Rohingya refugees in Bangladesh drew the attention and concern of the world when they fled deadly violence in Myanmar in 2017. Three years later, they are among the most disempowered people in the world, with the least control over their lives. Recent events have accentuated this, and it is time for change. Speak
In the first week of October, violent clashes between two criminal gangs inside the Kutupalong refugee camp in Cox’s Bazar killed at least eight people and injured hundreds of others. Those suffering most from the bloodshed are refugees caught in the middle. The killings must be investigated, the perpetrators held accountable, and refugees protected. These attacks are the last thing that the refugees need, having fled crimes against humanity in Myanmar and languished in limbo ever since. Theirs is a precarious fate, amid constant fears that they could be relocated offshore to a remote silt island soon. Rohingya refugees are now afraid that the authorities could use the camp violence as a pretext for the relocation.
For three years, more than 740,000 Rohingya refugees have been living in threadbare camps, under shelters made of tarpaulins and bamboo. They have been lashed by monsoon rains and endured cyclones and extreme heat. No one should have to live – with no end in sight – in conditions where they have no place to call their home, no work to earn a living, hardly enough food to complete a meal, and no education to build a future. Speak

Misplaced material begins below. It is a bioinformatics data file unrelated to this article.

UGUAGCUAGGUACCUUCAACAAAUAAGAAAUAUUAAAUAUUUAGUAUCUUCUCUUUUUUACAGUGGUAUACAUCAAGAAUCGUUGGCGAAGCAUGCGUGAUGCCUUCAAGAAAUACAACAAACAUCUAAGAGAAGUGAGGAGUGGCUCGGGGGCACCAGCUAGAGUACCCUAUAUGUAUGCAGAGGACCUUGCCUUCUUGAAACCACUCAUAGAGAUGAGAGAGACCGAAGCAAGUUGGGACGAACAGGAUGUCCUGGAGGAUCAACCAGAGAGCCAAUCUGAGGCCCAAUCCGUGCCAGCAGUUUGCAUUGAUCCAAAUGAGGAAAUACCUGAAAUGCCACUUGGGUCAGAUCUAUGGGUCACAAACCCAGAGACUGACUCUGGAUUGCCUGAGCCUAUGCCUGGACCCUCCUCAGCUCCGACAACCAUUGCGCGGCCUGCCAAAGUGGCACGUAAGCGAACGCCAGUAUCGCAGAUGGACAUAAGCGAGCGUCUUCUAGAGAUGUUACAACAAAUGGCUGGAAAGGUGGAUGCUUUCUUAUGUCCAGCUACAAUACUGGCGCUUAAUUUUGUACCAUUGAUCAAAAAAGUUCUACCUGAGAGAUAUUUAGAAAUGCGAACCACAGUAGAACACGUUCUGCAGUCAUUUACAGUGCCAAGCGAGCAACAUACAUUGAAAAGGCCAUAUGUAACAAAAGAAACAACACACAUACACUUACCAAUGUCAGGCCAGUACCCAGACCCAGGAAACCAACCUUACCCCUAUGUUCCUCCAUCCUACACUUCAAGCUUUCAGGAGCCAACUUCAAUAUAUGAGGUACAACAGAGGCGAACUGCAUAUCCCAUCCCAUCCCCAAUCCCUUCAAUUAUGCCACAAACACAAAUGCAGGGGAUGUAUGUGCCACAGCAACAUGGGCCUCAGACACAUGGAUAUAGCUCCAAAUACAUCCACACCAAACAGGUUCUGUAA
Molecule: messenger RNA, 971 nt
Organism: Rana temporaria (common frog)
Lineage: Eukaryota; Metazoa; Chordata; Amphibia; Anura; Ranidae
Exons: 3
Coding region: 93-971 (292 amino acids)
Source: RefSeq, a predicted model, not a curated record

Including earlier arrivals dating back to 1978, Bangladesh is now host to nearly 1 million refugees. The status quo for Rohingya refugees in Bangladesh is neither sustainable nor desirable. At the 75th session of the United Nations General Assembly (UNGA) last month, Bangladesh Prime Minister Sheikh Hasina regretted that no Rohingya could be repatriated in the past three years and called on “the international community to play a more effective role for a solution to the crisis.” Speak